Assessing the Effectiveness of Innovation Grants Â– Evidence from the Irish Innovation Panel
Innovation grants are a ubiquitous feature of industrial support regimes across the industrial world. Evidence on their effectiveness is less widespread, however, due to a lack of consistent longitudinal or panel data on innovation outcomes and company performance. In this paper we investigate the effectiveness of R&D and innovation grants support in Ireland and Northern Ireland using panel data and a sample selection approach to the modelling of grant impacts. The study is based on the Irish Innovation Panel which provides panel data on the innovation activities of manufacturing firms in Ireland and Northern Ireland over the 1991-2002 period. The use of panel data allows us to investigate the medium to long-term effect of innovation grant support. In other words, we are able to identify whether the receipt of an innovation grant merely increases innovation activity in the short-term or has any lasting effect on either innovation capability or firmsÂ’ technological trajectory. The latter outcome is clearly desirable for any region or nation seeking to use innovation grants as a means of boosting long term competitiveness. The use of a sample selection approach allows us to identify separately the Â‘selectionÂ’ and Â‘assistanceÂ’ elements of the impact of any innovation grant. In other words, it allows us to control for the positive effects of any targeting of assistance on more innovative or better performing companies and isolate the Â‘trueÂ’ effect of any innovation grant. To our knowledge this is the first time this approach has been used to assess the impact of innovation grant support although the technique has been used by the authors in a previous analysis of small business assistance. Our results suggest very different time profiles in terms of the benefits from product and process innovation grants suggesting alternative managerial and regional development strategies. Grant support is also found to have strong positive effects on innovation activity even allowing for a wide range of conditioning effects. Our results therefore suggest the continued value of innovation grant support as an element of regionsÂ’ industrial support regimes.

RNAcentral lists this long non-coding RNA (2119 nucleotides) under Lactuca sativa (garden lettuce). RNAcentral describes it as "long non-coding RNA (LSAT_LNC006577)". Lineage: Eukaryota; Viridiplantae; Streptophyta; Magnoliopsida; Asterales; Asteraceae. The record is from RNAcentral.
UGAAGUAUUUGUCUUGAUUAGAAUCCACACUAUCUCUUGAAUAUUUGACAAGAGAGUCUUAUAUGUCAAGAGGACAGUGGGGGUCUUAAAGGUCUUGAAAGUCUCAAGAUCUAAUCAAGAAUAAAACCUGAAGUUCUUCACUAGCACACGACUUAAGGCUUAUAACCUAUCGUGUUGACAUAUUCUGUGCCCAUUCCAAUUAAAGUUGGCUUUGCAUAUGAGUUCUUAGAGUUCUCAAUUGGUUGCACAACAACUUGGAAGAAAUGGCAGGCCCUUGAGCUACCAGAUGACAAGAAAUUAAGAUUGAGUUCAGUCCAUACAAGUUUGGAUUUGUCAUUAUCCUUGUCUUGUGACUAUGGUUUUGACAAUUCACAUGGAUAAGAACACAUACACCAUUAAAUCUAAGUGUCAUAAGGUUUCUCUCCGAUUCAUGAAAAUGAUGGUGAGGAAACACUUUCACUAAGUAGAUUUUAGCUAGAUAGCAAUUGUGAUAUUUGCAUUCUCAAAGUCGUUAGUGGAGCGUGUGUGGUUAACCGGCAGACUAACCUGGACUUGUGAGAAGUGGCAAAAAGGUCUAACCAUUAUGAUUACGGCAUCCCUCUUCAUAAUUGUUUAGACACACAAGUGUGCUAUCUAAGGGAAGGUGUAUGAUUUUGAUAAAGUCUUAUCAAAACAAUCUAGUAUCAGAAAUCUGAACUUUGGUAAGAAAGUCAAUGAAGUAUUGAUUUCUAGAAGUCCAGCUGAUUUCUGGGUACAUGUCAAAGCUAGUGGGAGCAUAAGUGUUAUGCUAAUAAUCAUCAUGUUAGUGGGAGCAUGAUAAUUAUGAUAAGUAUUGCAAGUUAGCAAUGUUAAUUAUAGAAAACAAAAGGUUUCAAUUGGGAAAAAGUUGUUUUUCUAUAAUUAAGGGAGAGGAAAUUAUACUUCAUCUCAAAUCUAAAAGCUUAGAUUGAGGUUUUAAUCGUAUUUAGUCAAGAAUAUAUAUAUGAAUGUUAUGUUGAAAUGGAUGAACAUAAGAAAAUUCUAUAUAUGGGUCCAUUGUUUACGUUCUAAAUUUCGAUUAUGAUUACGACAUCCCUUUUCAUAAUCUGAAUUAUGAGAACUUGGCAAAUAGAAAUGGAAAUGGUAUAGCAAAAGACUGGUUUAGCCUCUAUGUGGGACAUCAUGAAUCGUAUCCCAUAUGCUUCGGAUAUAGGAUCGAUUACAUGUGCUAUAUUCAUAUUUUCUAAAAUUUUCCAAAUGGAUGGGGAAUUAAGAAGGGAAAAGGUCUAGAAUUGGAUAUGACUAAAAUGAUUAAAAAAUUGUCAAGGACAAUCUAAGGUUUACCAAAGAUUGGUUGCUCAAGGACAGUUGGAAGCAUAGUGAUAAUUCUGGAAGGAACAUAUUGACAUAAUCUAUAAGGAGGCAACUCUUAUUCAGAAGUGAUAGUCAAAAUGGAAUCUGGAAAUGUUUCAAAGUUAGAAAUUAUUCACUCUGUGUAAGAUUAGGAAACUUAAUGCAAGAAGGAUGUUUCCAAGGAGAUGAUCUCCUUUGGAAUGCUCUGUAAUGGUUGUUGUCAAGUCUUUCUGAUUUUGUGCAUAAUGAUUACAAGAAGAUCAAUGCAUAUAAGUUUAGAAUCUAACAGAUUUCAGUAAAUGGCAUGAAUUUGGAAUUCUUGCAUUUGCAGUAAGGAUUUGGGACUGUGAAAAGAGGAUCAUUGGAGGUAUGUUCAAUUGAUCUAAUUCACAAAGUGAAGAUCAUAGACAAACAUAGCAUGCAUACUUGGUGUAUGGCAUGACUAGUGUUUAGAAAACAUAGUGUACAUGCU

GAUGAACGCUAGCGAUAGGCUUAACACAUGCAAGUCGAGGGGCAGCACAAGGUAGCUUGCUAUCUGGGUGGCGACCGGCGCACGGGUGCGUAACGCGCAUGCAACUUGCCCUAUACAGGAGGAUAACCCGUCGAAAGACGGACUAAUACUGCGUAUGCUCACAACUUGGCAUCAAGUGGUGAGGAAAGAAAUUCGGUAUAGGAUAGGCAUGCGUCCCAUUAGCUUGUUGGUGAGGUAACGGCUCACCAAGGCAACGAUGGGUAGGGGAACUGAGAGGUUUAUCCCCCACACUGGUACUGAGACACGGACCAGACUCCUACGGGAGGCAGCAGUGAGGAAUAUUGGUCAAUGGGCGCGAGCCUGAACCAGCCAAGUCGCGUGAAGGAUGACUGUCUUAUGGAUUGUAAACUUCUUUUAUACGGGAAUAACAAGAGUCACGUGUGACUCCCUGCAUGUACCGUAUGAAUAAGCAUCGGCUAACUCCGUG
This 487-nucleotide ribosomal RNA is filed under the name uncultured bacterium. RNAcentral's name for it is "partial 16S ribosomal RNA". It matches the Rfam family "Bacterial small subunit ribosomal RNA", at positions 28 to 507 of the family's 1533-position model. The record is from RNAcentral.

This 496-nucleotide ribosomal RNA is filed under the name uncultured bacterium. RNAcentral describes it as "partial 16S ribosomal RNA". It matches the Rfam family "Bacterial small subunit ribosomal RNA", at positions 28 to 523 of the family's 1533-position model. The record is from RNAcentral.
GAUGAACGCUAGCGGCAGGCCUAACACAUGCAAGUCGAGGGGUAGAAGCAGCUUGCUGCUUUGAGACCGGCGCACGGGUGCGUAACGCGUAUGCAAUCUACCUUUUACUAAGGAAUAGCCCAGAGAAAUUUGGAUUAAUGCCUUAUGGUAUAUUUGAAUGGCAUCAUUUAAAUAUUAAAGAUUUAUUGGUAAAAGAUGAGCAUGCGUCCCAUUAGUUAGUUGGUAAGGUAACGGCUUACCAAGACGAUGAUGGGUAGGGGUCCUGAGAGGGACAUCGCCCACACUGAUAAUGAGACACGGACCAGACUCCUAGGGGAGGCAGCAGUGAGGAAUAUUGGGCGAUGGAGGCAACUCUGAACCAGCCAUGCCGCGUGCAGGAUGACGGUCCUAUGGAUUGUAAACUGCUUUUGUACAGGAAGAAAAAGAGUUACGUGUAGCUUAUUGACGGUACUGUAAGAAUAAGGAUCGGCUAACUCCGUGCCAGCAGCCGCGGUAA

References listed on IDEAS
Please report citation or reference errors to , or , if you are the registered author of the cited work, log in to your RePEc Author Service profile, click on "citations" and make appropriate adjustments.:
- Martin, Stephen & Scott, John T., 2000.
"The nature of innovation market failure and the design of public support for private innovation,"
Elsevier, vol. 29(4-5), pages 437-447, April.
- Stephen Martin & John T. Scott, 1999. "The Nature of Innovation Market Failure and the Design of Public Support for Private Innovation," CIE Discussion Papers 1999-02, University of Copenhagen. Department of Economics. Centre for Industrial Economics.
- Cefis, Elena & Orsenigo, Luigi, 2001. "The persistence of innovative activities: A cross-countries and cross-sectors comparative analysis," Research Policy, Elsevier, vol. 30(7), pages 1139-1158, August.
- James H. Love & Stephen Roper, 2001. "articles: Outsourcing in the innovation process: Locational and strategic determinants," Papers in Regional Science, Springer;Regional Science Association International, vol. 80(3), pages 317-336.
- Roper, Stephen & Love, James H., 2002. "Innovation and export performance: evidence from the UK and German manufacturing plants," Research Policy, Elsevier, vol. 31(7), pages 1087-1102, September.